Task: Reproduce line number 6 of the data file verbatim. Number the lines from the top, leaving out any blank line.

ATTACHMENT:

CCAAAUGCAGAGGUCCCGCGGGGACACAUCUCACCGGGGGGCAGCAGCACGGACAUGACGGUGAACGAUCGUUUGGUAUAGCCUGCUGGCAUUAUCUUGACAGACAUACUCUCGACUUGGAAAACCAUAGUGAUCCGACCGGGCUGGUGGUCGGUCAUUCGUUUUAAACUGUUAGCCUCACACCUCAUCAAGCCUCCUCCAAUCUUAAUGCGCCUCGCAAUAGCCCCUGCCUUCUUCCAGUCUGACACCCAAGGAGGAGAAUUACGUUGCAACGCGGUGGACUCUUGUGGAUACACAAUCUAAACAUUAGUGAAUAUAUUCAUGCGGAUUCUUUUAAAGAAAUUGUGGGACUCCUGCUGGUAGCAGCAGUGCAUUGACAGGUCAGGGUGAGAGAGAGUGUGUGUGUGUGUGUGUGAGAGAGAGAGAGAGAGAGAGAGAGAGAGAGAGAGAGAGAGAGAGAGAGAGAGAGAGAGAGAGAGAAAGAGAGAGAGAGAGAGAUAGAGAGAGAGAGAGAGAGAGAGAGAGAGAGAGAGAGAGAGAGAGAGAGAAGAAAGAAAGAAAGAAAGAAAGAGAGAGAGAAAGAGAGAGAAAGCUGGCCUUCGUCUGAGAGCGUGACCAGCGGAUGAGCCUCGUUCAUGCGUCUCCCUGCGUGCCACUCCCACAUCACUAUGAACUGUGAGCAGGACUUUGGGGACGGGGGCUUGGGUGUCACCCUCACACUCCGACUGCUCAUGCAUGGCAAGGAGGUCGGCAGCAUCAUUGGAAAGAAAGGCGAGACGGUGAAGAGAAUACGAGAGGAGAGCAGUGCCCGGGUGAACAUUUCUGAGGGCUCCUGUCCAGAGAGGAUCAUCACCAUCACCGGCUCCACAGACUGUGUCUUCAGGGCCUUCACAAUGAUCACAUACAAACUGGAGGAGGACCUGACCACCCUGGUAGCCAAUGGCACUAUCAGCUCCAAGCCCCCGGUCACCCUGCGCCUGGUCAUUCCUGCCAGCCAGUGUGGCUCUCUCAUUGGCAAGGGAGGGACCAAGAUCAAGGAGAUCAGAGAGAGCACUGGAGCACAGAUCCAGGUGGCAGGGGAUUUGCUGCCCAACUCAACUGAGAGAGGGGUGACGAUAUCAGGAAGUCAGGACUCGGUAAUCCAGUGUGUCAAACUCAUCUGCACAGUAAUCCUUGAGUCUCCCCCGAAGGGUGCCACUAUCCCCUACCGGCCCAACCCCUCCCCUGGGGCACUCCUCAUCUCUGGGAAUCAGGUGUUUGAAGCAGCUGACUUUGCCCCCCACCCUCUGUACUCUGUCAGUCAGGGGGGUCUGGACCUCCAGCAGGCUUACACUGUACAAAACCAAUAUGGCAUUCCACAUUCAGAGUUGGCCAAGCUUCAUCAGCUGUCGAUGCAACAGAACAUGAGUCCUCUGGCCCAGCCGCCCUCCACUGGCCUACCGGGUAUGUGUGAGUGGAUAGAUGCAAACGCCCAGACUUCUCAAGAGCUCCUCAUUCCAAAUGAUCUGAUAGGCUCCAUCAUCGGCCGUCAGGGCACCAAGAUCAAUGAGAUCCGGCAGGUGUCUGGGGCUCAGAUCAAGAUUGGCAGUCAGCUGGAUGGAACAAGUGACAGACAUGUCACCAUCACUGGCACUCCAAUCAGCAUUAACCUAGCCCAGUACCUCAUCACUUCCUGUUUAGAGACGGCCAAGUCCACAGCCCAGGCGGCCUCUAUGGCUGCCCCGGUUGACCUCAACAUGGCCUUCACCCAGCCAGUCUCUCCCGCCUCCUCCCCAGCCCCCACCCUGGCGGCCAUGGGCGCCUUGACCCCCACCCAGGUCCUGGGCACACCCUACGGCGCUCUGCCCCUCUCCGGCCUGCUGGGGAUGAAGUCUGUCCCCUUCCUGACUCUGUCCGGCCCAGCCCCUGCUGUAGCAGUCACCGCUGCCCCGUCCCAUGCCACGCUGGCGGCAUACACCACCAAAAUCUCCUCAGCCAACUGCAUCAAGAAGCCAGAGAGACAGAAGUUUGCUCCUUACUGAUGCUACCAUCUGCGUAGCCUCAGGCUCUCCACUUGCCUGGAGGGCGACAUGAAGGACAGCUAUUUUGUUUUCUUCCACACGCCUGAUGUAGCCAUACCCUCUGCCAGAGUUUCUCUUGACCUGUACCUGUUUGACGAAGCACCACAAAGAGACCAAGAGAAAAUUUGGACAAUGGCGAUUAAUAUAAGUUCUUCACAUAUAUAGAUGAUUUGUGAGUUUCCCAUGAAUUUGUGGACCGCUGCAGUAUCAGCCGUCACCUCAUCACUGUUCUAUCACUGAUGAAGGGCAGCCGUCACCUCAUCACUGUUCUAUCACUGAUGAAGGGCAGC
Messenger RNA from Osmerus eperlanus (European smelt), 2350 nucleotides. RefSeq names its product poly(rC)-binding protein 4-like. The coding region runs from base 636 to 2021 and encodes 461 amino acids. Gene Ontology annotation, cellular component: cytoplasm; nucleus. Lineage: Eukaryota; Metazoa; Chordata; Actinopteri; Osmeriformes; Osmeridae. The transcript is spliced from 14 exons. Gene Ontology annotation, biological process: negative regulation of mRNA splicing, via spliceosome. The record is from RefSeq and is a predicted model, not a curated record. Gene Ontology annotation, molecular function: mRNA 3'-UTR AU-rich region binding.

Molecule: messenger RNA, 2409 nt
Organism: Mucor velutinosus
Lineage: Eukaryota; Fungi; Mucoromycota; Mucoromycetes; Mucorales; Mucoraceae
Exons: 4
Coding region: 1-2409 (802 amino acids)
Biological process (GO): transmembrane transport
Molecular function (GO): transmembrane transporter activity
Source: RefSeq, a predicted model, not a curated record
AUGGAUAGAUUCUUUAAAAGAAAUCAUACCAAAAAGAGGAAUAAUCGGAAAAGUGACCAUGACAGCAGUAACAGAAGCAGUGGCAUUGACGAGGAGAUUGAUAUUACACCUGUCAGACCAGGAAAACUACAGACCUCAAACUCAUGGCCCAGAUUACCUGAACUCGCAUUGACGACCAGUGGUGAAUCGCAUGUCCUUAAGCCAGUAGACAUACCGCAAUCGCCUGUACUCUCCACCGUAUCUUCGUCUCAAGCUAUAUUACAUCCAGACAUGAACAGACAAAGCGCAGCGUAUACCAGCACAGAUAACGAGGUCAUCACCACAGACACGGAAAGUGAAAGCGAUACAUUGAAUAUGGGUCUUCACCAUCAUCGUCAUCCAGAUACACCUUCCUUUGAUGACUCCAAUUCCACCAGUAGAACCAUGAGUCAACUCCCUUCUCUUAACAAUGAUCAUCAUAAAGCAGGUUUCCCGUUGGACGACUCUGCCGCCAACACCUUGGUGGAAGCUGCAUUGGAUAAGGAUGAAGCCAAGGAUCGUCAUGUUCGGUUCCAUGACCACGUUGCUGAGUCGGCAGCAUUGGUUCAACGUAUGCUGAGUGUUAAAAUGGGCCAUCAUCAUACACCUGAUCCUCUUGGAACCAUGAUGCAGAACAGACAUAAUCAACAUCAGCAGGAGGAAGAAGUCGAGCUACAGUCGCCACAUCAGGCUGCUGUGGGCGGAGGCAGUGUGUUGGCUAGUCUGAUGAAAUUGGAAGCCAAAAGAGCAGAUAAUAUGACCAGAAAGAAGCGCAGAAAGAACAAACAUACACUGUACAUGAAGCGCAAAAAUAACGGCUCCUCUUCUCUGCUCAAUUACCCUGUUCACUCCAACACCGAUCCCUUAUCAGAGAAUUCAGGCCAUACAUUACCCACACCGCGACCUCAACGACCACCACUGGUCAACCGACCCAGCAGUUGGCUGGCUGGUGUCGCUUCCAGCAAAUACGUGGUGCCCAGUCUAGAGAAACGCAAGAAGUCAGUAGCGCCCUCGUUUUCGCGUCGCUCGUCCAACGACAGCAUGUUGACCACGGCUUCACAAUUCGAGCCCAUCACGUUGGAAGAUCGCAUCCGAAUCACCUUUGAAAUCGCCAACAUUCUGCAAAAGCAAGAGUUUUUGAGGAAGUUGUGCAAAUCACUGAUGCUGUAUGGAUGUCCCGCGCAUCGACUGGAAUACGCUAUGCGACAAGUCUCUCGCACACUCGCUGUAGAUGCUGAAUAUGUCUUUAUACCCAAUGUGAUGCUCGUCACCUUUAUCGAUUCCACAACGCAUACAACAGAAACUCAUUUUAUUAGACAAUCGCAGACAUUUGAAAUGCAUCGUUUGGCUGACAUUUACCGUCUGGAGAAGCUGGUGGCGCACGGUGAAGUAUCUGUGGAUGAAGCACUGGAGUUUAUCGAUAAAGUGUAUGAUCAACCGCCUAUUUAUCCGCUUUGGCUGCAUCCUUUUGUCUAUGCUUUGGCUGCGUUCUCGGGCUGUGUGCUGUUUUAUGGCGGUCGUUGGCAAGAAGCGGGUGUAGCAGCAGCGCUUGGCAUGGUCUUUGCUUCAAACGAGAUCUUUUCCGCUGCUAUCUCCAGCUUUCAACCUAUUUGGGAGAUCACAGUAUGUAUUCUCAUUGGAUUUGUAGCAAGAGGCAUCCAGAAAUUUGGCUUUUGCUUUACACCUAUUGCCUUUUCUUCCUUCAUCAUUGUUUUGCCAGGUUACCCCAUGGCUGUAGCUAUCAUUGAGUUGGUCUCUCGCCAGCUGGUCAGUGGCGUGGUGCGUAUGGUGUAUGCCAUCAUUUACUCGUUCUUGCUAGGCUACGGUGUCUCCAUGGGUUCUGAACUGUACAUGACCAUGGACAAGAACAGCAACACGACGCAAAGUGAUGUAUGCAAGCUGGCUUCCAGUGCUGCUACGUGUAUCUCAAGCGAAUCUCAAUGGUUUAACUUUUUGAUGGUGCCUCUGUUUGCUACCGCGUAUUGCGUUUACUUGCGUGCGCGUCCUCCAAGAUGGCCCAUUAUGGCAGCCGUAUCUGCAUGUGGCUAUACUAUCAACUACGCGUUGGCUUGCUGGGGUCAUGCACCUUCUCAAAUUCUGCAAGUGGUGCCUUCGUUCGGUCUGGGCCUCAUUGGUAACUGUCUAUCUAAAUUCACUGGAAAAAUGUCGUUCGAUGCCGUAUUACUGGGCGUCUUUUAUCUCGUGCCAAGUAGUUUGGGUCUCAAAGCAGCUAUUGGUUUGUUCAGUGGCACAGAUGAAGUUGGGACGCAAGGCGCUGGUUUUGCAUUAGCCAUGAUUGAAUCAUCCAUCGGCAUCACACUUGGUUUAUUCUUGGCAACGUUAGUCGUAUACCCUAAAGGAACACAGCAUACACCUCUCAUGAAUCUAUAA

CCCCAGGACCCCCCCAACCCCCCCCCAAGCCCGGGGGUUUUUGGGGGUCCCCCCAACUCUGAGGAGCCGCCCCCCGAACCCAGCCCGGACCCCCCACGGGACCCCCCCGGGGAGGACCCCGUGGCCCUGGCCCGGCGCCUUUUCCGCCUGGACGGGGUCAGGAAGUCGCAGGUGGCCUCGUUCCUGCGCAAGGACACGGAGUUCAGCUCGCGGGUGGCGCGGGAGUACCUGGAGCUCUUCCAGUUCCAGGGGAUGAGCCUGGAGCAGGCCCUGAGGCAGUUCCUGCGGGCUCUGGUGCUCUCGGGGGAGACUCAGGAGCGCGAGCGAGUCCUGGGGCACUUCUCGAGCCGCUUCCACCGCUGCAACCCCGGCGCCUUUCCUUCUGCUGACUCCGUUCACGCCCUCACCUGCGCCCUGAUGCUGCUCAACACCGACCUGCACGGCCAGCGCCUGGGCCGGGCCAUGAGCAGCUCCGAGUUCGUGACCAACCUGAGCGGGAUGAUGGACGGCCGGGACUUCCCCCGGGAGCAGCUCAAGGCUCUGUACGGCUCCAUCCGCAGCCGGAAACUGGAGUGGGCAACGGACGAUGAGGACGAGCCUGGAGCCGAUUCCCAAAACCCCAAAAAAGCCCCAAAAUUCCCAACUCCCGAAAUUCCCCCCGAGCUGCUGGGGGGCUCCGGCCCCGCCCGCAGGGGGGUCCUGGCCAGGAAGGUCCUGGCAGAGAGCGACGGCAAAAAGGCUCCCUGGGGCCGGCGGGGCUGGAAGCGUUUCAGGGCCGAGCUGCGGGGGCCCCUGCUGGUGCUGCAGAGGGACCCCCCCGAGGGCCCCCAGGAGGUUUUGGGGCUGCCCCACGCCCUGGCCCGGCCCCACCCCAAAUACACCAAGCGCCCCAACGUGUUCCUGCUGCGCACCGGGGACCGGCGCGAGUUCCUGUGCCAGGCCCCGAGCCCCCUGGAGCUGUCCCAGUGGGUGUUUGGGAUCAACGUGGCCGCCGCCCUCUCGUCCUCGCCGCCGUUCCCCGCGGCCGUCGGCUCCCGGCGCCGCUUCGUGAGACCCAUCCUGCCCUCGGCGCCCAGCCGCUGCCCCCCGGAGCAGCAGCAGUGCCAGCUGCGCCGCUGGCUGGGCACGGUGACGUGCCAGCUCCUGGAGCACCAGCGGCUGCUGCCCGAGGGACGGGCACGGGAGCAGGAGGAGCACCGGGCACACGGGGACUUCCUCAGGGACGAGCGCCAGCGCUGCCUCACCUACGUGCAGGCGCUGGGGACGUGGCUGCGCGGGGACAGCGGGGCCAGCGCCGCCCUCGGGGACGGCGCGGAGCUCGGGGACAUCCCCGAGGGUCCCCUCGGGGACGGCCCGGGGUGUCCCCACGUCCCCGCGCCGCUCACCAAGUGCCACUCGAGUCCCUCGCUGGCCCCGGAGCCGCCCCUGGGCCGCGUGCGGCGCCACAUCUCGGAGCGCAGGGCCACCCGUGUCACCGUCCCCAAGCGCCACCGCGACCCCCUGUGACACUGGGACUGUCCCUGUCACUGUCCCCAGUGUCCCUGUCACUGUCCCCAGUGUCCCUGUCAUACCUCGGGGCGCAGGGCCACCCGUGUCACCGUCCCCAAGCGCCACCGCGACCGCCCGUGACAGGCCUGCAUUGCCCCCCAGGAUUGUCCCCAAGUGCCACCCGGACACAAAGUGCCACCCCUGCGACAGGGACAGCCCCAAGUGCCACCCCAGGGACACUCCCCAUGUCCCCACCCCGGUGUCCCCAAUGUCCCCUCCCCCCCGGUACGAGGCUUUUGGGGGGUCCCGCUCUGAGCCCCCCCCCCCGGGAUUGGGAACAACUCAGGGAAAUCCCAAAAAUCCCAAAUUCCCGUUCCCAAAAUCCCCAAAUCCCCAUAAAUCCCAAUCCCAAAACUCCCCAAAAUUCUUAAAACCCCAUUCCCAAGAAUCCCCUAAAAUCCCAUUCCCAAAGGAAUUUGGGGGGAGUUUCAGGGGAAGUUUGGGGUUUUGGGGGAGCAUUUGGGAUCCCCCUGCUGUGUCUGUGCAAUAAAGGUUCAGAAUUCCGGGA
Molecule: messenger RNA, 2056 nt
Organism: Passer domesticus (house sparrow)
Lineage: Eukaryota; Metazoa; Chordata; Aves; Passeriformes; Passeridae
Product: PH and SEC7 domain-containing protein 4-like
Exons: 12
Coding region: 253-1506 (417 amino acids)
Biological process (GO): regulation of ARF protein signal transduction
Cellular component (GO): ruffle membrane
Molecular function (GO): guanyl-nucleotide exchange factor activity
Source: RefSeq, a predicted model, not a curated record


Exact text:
Exons: 4